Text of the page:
Remembering A Labor Day Tradition
This past weekend marked an anniversary of one of the more interesting experiments in IndyCar history. Labor Day weekend marked the thirty-ninth anniversary of the first IndyCar race at Ontario Motor Speedway located in Ontario, California. What started out as a grand design has now ended up being a trivial footnote in IndyCar history.
For those that don’t know (or too young to remember), Ontario Motor Speedway was essentially a clone of the Indianapolis Motor Speedway. There were some slight variations. The short chutes were slightly banked and the track was wider; both of which contributed to it being a slightly faster track than IMS. In a demonstration of having the blessing of IMS, Tony Hulman even arranged for some of the original bricks from the Speedway to be laid into victory lane at Ontario.
There was also a road course built into the infield, which IMS did not have. There had also been a drag strip constructed inside the track for NHRA events. The grandstand configuration was completely different from Indy as well. Ontario Motor Speedway – or the “Big O” as it was nicknamed – was quite a showcase. Unlike the Indianapolis Motor Speedway, which was showing its sixty years of age – OMS was a state of the art racing facility.
The first race was called the California 500. Since the Indianapolis 500 was run on Memorial Day, OMS decided to run their race on Labor Day to start their new tradition. The race was the third leg in the newly devised IndyCar racing Triple Crown, a set of three 500-mile races in the USAC schedule that was to be sponsored by Marlboro. Indy was the first leg, Pocono was the second and Ontario was the third. The inaugural race took place on September 6, 1970; and was won by Jim McElreath driving a Coyote owned by AJ Foyt. It was a huge success and was heavily attended; including many of Hollywood’s biggest stars of the day.
Subsequent Labor Day races were won by Joe Leonard driving for Parnelli Jones in 1971, Roger McCluskey driving for Lindsey Hopkins in 1972 and Wally Dallenbach in a Pat Patrick Eagle in 1973. For two years, the race became a spring race run in early March. Bobby Unser won in 1974 while AJ Foyt won the next spring race in 1975. The second half of the decade saw the race moved back to Labor Day. From that point on, the event became the domain of the Unser family. Bobby won again in 1976, then in 1979 and 1980. His brother, Al Unser, won in 1977 and 1978.
Of course, NASCAR had to nose its way into the picture. More than likely, they claimed the facility was built exclusively for them. To the chagrin of NASCAR loyalists, the first two NASCAR events at OMS were won By AJ Foyt in 1971 and 1972. NASCAR did not run at the IMS look-alike in 1973, but returned in 1974.
Drivers enjoyed racing at the track and it looked surprisingly similar to the Indianapolis Motor Speedway. It offered many of the challenges of Indy without the mounting pressure. However, cracks soon began to surface in the financial structure of the facility. The financing was shaky from the start. One group owned the land, while another group owned the track. The majority of the funding came from bonds secured by the City of Ontario. Even with a sold out facility, there was not enough revenue to service the debt. The facility was doomed before it even started. The track eventually collapsed under the weight of its own debt.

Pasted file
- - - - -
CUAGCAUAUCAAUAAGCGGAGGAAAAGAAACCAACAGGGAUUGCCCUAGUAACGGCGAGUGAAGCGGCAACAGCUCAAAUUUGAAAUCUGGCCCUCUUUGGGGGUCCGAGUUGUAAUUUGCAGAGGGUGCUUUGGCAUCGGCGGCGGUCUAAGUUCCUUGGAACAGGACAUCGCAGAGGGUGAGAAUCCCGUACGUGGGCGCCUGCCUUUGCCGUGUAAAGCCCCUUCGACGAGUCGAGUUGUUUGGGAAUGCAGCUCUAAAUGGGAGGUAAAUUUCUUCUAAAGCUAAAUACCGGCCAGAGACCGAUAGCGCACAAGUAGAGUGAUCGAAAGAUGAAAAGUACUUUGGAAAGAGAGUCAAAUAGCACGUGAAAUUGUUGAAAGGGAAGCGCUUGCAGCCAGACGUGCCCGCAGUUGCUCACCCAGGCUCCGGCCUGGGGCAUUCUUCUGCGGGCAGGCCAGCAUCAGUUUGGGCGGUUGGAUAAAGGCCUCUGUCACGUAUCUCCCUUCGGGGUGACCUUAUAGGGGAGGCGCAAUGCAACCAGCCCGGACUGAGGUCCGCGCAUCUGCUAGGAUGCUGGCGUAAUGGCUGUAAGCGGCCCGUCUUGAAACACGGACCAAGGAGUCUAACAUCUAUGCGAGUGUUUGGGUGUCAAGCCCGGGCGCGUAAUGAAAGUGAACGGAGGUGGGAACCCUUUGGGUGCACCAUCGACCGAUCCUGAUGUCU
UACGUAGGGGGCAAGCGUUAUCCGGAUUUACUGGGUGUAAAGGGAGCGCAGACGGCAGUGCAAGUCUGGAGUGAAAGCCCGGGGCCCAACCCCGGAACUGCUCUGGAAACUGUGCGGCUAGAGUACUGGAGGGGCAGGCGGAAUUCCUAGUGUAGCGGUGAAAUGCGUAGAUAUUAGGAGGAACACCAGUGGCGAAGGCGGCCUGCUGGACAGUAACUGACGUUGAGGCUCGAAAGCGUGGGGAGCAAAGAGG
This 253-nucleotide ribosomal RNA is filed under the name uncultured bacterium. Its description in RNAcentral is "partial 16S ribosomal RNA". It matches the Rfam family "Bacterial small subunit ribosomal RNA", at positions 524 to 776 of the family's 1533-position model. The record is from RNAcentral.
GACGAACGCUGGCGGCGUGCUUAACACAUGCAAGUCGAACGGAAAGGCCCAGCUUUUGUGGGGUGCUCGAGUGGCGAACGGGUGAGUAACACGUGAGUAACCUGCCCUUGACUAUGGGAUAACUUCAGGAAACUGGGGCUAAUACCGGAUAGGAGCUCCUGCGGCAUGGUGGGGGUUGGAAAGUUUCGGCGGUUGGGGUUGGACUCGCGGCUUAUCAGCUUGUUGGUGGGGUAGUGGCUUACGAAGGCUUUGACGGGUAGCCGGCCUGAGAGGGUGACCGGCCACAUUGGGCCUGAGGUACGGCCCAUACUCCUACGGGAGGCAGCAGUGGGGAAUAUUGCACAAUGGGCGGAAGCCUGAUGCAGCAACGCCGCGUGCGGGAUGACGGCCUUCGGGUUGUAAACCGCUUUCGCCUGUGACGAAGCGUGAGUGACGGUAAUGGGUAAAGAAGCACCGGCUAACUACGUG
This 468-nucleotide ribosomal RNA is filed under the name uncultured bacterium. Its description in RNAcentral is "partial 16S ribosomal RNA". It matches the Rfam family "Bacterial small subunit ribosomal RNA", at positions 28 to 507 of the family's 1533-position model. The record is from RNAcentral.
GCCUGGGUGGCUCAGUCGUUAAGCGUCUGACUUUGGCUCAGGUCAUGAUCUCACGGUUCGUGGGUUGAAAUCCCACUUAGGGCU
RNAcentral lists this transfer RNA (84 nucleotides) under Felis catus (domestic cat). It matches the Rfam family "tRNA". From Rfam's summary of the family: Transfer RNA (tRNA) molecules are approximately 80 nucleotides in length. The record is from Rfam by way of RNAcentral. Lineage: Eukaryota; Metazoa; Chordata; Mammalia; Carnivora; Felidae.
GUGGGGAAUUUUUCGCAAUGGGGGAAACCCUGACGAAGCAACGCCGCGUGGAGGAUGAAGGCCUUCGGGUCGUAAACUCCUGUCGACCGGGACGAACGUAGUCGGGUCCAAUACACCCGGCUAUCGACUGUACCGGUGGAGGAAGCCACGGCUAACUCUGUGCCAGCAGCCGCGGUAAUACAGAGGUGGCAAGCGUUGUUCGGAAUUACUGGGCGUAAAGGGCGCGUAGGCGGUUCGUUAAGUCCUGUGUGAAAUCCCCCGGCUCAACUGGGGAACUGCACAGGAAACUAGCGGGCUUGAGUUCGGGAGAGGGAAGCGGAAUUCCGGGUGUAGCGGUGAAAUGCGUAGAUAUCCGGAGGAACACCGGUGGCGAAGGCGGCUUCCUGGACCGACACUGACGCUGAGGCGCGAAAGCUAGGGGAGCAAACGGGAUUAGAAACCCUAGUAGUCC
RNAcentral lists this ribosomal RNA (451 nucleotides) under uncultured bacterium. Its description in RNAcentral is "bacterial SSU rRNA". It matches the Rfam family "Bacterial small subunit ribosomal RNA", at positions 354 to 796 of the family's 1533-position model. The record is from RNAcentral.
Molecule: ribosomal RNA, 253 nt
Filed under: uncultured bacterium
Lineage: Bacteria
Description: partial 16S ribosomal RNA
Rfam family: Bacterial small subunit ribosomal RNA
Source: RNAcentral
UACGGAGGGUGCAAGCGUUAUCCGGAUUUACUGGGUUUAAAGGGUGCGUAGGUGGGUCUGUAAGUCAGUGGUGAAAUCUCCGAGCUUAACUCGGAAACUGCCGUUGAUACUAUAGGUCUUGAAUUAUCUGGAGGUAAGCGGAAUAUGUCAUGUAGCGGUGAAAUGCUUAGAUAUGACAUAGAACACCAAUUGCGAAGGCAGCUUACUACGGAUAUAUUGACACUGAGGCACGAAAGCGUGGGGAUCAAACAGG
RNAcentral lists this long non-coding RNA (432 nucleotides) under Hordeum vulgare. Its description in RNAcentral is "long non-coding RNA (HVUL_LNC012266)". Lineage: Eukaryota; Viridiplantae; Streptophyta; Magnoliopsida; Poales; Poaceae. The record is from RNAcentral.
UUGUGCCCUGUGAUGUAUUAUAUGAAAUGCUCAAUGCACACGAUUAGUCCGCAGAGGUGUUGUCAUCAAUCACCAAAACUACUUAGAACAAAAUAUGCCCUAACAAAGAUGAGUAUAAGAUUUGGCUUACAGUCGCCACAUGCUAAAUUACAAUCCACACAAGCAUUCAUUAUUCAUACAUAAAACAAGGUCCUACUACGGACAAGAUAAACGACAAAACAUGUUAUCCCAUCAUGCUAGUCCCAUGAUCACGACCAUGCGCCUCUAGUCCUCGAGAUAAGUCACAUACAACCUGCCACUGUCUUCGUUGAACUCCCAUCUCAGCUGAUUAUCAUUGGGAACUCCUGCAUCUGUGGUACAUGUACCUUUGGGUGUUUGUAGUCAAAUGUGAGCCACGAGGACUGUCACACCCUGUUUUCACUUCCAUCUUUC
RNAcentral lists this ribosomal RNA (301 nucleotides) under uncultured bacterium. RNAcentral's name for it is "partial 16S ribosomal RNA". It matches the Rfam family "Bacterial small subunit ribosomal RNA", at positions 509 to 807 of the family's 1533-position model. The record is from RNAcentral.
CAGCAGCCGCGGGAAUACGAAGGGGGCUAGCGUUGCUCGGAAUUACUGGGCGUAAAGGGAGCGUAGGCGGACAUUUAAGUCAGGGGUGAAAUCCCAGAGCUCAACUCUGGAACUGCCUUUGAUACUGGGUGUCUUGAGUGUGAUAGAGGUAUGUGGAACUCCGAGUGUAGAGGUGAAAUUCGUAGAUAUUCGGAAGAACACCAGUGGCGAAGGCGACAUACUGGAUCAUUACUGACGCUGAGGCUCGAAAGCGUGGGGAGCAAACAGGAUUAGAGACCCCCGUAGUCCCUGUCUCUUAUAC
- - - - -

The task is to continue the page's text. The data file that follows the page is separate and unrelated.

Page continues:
Seemingly, as soon as the grand racing facility had appeared – it was gone. Ontario Motor Speedway closed following the 1980 season and was quickly demolished for development in 1981. A Hilton Hotel sprung up atop the old turn-four location. Most of the site has now been developed as a business park.
I never got to see Ontario Motor Speedway. I do recall the hoopla when it was under construction. I remember seeing articles in the 1970 Indy program about the first race that would be happening that fall. Even as an eleven year-old, I thought it was pretty neat that they could reconstruct something as massive as IMS a couple of thousand miles away. I recall watching clips of the inaugural race on Wide World of Sports. There are various clips available on You Tube. I was in college when the track met its financial demise and had already forgotten about it. There was no internet and the track had already drifted into obscurity by then. I didn’t realize it was gone until about ten years later.
To see the explosion of racetrack construction that took place about ten years ago makes me recall how quickly the fate turned at OMS. One has to wonder about some of the new football and baseball facilities that have opened up this year that cost well over a billion dollars. Could they suffer the same fate as OMS – especially considering their financing was secured long before the current economic downturn took place? I have heard Curt Cavin estimate that it would cost well over a billion dollars to re-construct IMS in today’s environment. I don’t think he is very far off.
It’s sad to think about all the money, effort and dreams that went into creating a modernized version of the Indianapolis Motor Speedway – and how it all went down the tubes in ten short years. But I did think about it yesterday – on Labor day, the thirty-ninth anniversary of Jim McElreath rolling his orange Coyote onto those transplanted bricks in victory lane at Ontario Motor Speedway.